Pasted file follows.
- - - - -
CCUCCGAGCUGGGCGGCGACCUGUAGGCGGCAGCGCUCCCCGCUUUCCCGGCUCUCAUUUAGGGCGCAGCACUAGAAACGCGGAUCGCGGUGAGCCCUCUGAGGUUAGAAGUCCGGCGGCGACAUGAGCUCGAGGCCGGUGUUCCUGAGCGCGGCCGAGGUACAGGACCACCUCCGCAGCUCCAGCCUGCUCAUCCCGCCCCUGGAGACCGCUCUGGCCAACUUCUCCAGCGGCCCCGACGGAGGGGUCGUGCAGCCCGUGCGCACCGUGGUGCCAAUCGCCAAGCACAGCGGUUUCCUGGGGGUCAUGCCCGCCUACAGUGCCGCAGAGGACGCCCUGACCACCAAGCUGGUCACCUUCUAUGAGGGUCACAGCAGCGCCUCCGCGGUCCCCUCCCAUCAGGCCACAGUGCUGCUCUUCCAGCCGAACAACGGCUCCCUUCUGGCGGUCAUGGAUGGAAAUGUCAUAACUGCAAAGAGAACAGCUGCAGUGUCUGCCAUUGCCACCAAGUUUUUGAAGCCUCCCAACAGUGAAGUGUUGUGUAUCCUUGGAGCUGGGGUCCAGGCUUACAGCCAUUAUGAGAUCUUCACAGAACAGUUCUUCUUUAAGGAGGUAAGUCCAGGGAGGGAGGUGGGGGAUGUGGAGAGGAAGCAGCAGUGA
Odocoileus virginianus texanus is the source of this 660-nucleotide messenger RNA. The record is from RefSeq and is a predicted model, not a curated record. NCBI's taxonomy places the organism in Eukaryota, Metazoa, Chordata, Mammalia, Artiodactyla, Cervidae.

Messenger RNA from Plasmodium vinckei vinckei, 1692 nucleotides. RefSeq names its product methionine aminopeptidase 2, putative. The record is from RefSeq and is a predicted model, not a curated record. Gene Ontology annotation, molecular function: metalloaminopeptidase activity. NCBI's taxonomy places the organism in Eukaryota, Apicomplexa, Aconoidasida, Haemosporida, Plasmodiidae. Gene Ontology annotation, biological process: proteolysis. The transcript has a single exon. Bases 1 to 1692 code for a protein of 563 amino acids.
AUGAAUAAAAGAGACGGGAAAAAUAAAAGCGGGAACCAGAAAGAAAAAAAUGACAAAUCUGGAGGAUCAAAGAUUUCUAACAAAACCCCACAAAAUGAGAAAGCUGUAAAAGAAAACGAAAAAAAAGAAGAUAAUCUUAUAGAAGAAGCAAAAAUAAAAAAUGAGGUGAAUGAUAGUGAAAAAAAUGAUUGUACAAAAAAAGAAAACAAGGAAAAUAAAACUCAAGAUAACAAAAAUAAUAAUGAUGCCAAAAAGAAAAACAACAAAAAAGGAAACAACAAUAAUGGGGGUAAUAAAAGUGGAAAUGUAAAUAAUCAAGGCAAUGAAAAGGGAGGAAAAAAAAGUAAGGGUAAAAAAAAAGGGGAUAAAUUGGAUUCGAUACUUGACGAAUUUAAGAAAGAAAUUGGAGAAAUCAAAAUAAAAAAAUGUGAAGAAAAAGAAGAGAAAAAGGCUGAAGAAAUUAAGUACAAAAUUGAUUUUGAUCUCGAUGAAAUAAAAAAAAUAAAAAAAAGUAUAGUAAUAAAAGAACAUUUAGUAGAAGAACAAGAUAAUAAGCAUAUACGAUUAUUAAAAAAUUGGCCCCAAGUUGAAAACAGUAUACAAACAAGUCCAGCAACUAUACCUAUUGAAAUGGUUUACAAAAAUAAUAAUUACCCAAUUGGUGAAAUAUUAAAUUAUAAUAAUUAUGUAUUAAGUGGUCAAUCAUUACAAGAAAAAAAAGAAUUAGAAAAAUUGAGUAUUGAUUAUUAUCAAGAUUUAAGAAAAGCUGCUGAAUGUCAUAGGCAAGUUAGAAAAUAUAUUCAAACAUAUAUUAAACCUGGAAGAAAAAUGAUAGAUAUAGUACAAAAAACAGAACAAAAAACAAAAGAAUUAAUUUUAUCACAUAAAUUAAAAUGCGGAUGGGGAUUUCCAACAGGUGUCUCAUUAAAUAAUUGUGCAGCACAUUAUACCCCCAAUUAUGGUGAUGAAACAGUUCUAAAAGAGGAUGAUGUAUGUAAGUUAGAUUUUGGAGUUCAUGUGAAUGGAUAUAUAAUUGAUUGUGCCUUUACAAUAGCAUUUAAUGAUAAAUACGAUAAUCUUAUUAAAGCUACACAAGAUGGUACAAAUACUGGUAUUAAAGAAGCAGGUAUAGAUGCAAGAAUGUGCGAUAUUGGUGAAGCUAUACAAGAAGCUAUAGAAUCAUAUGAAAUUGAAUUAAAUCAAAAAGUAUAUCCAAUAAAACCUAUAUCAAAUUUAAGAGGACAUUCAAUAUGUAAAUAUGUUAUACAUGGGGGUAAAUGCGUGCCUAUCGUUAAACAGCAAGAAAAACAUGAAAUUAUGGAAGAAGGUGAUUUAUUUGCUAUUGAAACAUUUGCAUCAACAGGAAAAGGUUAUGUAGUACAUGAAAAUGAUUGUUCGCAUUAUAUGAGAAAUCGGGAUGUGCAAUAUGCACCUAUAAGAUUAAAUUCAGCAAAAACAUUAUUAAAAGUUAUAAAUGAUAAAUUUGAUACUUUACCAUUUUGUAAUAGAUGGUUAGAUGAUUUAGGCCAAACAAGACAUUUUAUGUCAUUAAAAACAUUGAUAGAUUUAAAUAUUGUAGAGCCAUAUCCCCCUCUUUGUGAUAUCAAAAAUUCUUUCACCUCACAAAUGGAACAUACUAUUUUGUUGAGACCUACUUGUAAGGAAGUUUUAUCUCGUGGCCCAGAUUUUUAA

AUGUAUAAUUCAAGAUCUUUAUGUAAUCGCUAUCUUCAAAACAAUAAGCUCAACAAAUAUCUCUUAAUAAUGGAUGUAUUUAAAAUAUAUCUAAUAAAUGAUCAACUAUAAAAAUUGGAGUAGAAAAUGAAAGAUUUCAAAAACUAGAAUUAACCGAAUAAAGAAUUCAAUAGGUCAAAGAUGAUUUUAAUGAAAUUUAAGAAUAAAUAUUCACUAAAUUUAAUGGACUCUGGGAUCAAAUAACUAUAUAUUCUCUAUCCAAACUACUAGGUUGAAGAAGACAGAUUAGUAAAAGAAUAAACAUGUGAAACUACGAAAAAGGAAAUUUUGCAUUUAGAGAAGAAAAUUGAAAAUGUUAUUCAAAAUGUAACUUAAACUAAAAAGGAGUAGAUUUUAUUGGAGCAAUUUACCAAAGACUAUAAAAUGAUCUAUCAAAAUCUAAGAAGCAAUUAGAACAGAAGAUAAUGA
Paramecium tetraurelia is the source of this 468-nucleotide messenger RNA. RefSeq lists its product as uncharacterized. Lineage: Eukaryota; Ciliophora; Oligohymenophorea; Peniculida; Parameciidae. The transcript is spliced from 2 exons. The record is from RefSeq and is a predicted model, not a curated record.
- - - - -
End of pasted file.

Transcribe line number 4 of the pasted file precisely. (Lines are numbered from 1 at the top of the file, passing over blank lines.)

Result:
AUGAAUAAAAGAGACGGGAAAAAUAAAAGCGGGAACCAGAAAGAAAAAAAUGACAAAUCUGGAGGAUCAAAGAUUUCUAACAAAACCCCACAAAAUGAGAAAGCUGUAAAAGAAAACGAAAAAAAAGAAGAUAAUCUUAUAGAAGAAGCAAAAAUAAAAAAUGAGGUGAAUGAUAGUGAAAAAAAUGAUUGUACAAAAAAAGAAAACAAGGAAAAUAAAACUCAAGAUAACAAAAAUAAUAAUGAUGCCAAAAAGAAAAACAACAAAAAAGGAAACAACAAUAAUGGGGGUAAUAAAAGUGGAAAUGUAAAUAAUCAAGGCAAUGAAAAGGGAGGAAAAAAAAGUAAGGGUAAAAAAAAAGGGGAUAAAUUGGAUUCGAUACUUGACGAAUUUAAGAAAGAAAUUGGAGAAAUCAAAAUAAAAAAAUGUGAAGAAAAAGAAGAGAAAAAGGCUGAAGAAAUUAAGUACAAAAUUGAUUUUGAUCUCGAUGAAAUAAAAAAAAUAAAAAAAAGUAUAGUAAUAAAAGAACAUUUAGUAGAAGAACAAGAUAAUAAGCAUAUACGAUUAUUAAAAAAUUGGCCCCAAGUUGAAAACAGUAUACAAACAAGUCCAGCAACUAUACCUAUUGAAAUGGUUUACAAAAAUAAUAAUUACCCAAUUGGUGAAAUAUUAAAUUAUAAUAAUUAUGUAUUAAGUGGUCAAUCAUUACAAGAAAAAAAAGAAUUAGAAAAAUUGAGUAUUGAUUAUUAUCAAGAUUUAAGAAAAGCUGCUGAAUGUCAUAGGCAAGUUAGAAAAUAUAUUCAAACAUAUAUUAAACCUGGAAGAAAAAUGAUAGAUAUAGUACAAAAAACAGAACAAAAAACAAAAGAAUUAAUUUUAUCACAUAAAUUAAAAUGCGGAUGGGGAUUUCCAACAGGUGUCUCAUUAAAUAAUUGUGCAGCACAUUAUACCCCCAAUUAUGGUGAUGAAACAGUUCUAAAAGAGGAUGAUGUAUGUAAGUUAGAUUUUGGAGUUCAUGUGAAUGGAUAUAUAAUUGAUUGUGCCUUUACAAUAGCAUUUAAUGAUAAAUACGAUAAUCUUAUUAAAGCUACACAAGAUGGUACAAAUACUGGUAUUAAAGAAGCAGGUAUAGAUGCAAGAAUGUGCGAUAUUGGUGAAGCUAUACAAGAAGCUAUAGAAUCAUAUGAAAUUGAAUUAAAUCAAAAAGUAUAUCCAAUAAAACCUAUAUCAAAUUUAAGAGGACAUUCAAUAUGUAAAUAUGUUAUACAUGGGGGUAAAUGCGUGCCUAUCGUUAAACAGCAAGAAAAACAUGAAAUUAUGGAAGAAGGUGAUUUAUUUGCUAUUGAAACAUUUGCAUCAACAGGAAAAGGUUAUGUAGUACAUGAAAAUGAUUGUUCGCAUUAUAUGAGAAAUCGGGAUGUGCAAUAUGCACCUAUAAGAUUAAAUUCAGCAAAAACAUUAUUAAAAGUUAUAAAUGAUAAAUUUGAUACUUUACCAUUUUGUAAUAGAUGGUUAGAUGAUUUAGGCCAAACAAGACAUUUUAUGUCAUUAAAAACAUUGAUAGAUUUAAAUAUUGUAGAGCCAUAUCCCCCUCUUUGUGAUAUCAAAAAUUCUUUCACCUCACAAAUGGAACAUACUAUUUUGUUGAGACCUACUUGUAAGGAAGUUUUAUCUCGUGGCCCAGAUUUUUAA